The plasma membrane of the cell plays an essential role in the maintenance of cellular homeostasis. It is also the first site in transferring a mechanical force into the hair cell. While strong evidence has implicated membrane disruption as an early event of hair cell degeneration in noise-induced cochlear trauma, it is unclear how such damage contributes to the pathogenesis of acute hair cell death. Our long-term goal is to better understand the biological and molecular mechanisms of noise-induced hearing loss. The objective of this research is to determine the role of membrane disruption in the generation of acute hair cell death. The central hypothesis for the proposed research is that membrane dysfunction is involved in the regulation of acute hair cell apoptosis. We plan to test our central hypothesis by examining two essential functions of the plasma membrane, membrane barrier and membrane adhesion. Specifically, the following three aims will be addressed: (1) to determine the role of membrane permeabilization in the regulation of acute hair cell death and evaluate the effect of a membrane repair strategy on the hair cell's response to mechanical stress, (2) to determine the effect of the disruption of membrane adhesion on the cytoskeletal structure of apoptotic hair cells, and (3) to identify the apoptosis-related molecules that are involved in the generation of acute cochlear damage. Our contribution here is expected to increase understanding of the regulatory mechanism of acute hair cell apoptosis. This contribution is significant because the new insights into acute membrane dysfunction fill the knowledge gap between direct mechanical stress and subsequent signal transduction leading to cell death. Importantly, controlling the membrane events of apoptosis may lead to the development of novel pharmacological strategies for suppression of acute hair cell death.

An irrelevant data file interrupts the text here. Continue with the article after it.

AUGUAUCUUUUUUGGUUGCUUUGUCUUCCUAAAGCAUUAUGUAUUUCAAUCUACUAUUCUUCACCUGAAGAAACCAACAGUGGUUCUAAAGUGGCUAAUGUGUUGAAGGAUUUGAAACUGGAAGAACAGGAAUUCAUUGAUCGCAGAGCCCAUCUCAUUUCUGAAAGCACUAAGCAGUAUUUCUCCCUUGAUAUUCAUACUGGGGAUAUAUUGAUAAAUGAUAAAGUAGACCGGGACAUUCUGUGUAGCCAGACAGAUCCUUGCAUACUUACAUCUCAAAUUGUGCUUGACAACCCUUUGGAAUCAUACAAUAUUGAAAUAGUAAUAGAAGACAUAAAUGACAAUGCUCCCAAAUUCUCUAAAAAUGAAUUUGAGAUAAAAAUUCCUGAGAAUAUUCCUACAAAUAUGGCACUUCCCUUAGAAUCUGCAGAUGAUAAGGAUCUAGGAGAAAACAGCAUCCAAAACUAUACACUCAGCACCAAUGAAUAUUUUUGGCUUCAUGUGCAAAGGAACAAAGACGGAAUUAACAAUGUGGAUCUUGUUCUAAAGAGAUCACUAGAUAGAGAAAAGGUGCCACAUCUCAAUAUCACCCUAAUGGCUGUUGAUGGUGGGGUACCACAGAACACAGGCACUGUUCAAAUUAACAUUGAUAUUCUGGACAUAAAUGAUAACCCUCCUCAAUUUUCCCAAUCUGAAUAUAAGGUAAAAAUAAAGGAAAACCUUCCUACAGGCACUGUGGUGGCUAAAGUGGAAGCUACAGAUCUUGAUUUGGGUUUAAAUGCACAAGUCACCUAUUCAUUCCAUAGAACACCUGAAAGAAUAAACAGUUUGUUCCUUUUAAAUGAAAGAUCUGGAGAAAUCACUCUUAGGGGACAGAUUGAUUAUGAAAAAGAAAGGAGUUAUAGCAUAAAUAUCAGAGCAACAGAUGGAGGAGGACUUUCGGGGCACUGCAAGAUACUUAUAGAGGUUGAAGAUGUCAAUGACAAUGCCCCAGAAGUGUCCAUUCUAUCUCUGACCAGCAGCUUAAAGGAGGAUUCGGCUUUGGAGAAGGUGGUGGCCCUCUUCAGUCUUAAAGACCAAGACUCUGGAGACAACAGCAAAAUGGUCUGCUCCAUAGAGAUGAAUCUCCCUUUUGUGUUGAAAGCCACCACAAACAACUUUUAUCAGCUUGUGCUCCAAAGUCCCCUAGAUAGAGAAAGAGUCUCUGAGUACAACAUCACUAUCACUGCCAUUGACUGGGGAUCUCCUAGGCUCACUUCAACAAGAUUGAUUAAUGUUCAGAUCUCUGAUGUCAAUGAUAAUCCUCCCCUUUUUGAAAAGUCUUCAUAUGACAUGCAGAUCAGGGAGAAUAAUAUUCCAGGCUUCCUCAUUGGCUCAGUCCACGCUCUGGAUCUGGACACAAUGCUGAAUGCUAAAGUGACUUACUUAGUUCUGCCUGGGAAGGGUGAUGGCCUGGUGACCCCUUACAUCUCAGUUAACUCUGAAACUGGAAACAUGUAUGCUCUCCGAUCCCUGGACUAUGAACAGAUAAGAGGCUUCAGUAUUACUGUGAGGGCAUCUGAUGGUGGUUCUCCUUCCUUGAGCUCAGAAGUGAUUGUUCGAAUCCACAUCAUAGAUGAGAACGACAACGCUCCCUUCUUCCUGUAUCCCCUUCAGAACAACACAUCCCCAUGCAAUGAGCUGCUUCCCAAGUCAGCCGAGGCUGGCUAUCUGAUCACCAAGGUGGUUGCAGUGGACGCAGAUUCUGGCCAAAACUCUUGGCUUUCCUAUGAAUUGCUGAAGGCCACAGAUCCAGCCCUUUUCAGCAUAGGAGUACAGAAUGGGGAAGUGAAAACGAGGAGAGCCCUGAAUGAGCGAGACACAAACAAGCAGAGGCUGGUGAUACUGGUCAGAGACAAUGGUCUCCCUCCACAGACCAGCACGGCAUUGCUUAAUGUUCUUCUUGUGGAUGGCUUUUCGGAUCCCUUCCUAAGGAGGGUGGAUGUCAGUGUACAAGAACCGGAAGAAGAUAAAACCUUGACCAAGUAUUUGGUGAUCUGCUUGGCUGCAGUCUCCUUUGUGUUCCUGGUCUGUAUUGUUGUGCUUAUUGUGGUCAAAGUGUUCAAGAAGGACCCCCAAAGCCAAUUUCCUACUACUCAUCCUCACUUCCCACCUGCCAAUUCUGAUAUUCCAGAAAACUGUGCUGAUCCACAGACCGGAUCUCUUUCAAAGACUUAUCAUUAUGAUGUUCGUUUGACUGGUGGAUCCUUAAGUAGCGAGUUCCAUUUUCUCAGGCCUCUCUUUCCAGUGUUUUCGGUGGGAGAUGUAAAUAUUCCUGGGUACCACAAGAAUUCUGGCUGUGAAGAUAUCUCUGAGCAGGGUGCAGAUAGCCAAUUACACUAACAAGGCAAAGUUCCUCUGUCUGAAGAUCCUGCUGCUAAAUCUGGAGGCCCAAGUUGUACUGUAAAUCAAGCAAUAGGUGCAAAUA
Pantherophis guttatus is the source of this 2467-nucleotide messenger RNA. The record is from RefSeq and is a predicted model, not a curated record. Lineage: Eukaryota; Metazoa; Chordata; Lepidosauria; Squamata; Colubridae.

Noise-induced hearing loss is the most common cause of acquired hearing loss among those under the age of 40 and ranks among the top 10 disabilities among military personnel. The proposed study will investigate the role of plasma membrane dysfunction in the regulation of acute hair cell death induced by exposure to intense noise. From a clinical perspective, better understanding of the biological mechanisms of noise-induced sensory cell death can greatly enhance our ability to explore novel therapeutic strategies for reduction of noise-induced hearing loss.
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